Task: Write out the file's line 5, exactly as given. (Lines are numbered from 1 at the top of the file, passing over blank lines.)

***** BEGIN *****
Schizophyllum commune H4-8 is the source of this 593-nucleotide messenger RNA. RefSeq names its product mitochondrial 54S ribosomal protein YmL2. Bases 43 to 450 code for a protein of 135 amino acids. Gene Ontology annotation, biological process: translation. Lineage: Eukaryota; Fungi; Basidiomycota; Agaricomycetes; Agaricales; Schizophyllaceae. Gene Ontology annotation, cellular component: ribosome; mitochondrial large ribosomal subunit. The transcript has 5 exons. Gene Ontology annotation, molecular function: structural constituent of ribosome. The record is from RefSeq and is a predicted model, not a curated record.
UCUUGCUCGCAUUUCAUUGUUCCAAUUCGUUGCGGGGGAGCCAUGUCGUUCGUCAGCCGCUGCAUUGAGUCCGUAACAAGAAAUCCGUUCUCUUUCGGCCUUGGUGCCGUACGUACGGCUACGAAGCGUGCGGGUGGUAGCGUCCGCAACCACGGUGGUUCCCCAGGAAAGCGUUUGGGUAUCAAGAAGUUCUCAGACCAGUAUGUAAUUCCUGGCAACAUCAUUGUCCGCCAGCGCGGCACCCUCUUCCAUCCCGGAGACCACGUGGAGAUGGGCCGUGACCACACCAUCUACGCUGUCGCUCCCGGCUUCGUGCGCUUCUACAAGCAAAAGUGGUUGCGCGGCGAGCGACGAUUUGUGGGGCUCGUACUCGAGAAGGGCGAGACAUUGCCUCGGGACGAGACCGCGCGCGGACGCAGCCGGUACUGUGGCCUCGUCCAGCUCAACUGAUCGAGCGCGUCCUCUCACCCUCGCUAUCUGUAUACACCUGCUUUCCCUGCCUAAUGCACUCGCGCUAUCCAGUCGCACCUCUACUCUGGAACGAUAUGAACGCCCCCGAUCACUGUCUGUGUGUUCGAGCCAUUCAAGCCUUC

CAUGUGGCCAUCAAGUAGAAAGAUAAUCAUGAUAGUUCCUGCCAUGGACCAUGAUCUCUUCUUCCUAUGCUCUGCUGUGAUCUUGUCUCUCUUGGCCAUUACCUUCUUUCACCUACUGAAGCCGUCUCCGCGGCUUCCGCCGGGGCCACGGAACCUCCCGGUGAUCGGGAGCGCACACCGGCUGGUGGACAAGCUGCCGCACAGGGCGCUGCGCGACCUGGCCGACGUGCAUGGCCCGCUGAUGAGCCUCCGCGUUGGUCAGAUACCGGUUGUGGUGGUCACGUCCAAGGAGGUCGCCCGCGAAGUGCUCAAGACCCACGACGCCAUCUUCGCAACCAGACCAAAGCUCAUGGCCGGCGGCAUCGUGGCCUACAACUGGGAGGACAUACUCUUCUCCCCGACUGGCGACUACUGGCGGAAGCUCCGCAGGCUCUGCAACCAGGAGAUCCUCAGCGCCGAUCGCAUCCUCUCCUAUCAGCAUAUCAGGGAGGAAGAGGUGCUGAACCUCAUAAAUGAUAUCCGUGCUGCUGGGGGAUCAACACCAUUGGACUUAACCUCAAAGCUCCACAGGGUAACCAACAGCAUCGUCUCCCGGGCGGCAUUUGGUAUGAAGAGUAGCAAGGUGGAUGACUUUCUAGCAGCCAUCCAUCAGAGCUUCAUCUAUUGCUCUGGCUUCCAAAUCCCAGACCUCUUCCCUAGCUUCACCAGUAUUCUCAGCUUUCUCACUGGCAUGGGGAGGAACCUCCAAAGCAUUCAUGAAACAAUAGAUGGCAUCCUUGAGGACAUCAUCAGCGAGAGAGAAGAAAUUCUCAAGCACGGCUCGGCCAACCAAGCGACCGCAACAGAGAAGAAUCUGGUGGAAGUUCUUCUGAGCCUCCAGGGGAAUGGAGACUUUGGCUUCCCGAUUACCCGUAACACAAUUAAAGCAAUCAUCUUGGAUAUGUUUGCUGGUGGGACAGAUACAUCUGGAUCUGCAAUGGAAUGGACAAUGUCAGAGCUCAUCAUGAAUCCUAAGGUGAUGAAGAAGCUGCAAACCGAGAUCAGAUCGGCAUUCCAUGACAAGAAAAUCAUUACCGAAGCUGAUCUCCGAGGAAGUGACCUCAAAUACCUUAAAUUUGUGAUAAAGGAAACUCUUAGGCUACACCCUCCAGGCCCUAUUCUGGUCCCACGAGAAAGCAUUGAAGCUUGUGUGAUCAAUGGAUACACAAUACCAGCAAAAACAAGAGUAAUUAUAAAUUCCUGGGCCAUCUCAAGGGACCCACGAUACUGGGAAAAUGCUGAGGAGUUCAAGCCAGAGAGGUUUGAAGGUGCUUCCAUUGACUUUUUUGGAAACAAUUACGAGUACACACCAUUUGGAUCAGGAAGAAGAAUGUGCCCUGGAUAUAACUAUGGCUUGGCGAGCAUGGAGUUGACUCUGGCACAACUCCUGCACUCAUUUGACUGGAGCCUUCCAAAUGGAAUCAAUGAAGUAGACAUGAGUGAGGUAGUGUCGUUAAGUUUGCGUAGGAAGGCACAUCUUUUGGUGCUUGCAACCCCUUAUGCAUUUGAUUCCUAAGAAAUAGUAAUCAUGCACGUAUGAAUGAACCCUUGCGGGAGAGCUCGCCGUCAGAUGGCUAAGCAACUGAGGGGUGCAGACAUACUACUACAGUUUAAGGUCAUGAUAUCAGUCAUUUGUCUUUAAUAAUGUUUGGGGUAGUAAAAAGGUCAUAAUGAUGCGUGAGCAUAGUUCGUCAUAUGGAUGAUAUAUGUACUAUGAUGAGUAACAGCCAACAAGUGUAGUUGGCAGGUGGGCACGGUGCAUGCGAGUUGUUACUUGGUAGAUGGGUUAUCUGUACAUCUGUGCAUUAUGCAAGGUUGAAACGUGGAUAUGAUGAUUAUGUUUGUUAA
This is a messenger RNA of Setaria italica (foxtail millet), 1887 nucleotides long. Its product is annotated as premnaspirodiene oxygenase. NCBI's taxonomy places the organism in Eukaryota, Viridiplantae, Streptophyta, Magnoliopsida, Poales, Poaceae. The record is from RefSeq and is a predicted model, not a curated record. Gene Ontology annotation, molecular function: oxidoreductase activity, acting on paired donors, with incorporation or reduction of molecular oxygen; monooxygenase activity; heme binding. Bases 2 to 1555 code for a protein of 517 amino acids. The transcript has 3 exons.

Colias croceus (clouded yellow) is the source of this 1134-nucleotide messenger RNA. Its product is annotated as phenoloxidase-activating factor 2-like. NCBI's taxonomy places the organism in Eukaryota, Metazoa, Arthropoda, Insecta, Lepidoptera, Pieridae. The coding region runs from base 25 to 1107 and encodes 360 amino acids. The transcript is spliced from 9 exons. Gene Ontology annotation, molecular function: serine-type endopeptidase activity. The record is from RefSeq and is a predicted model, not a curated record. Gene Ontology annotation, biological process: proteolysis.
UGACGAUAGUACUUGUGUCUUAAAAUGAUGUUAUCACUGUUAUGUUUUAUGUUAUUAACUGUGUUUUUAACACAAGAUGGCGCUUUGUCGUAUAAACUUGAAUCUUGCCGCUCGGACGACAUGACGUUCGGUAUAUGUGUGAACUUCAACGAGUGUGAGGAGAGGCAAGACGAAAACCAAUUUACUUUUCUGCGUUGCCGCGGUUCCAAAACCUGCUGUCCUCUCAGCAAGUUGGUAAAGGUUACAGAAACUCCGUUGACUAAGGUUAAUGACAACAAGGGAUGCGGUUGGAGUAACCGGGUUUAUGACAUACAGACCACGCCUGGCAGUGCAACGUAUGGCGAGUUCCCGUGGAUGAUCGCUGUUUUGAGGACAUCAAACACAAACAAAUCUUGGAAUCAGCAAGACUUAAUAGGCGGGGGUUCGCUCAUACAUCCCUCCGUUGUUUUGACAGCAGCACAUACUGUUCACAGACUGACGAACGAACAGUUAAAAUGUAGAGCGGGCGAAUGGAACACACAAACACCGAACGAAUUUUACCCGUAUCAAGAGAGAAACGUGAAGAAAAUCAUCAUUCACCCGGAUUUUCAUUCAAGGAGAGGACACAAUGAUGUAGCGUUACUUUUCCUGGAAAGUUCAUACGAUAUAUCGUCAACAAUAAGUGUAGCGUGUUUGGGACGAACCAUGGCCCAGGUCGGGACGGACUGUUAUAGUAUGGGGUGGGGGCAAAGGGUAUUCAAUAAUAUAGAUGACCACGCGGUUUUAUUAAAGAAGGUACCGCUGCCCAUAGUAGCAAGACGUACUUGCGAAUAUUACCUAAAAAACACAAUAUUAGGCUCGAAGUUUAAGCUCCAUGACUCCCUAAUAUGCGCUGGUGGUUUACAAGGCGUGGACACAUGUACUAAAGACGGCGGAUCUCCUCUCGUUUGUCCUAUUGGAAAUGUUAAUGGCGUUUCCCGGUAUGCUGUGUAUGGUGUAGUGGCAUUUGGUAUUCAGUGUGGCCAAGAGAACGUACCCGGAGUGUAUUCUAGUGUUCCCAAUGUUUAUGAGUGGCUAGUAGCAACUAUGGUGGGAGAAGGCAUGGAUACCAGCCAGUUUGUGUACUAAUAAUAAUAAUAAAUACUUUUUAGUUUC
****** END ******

Colias croceus (clouded yellow) is the source of this 1134-nucleotide messenger RNA. Its product is annotated as phenoloxidase-activating factor 2-like. NCBI's taxonomy places the organism in Eukaryota, Metazoa, Arthropoda, Insecta, Lepidoptera, Pieridae. The coding region runs from base 25 to 1107 and encodes 360 amino acids. The transcript is spliced from 9 exons. Gene Ontology annotation, molecular function: serine-type endopeptidase activity. The record is from RefSeq and is a predicted model, not a curated record. Gene Ontology annotation, biological process: proteolysis.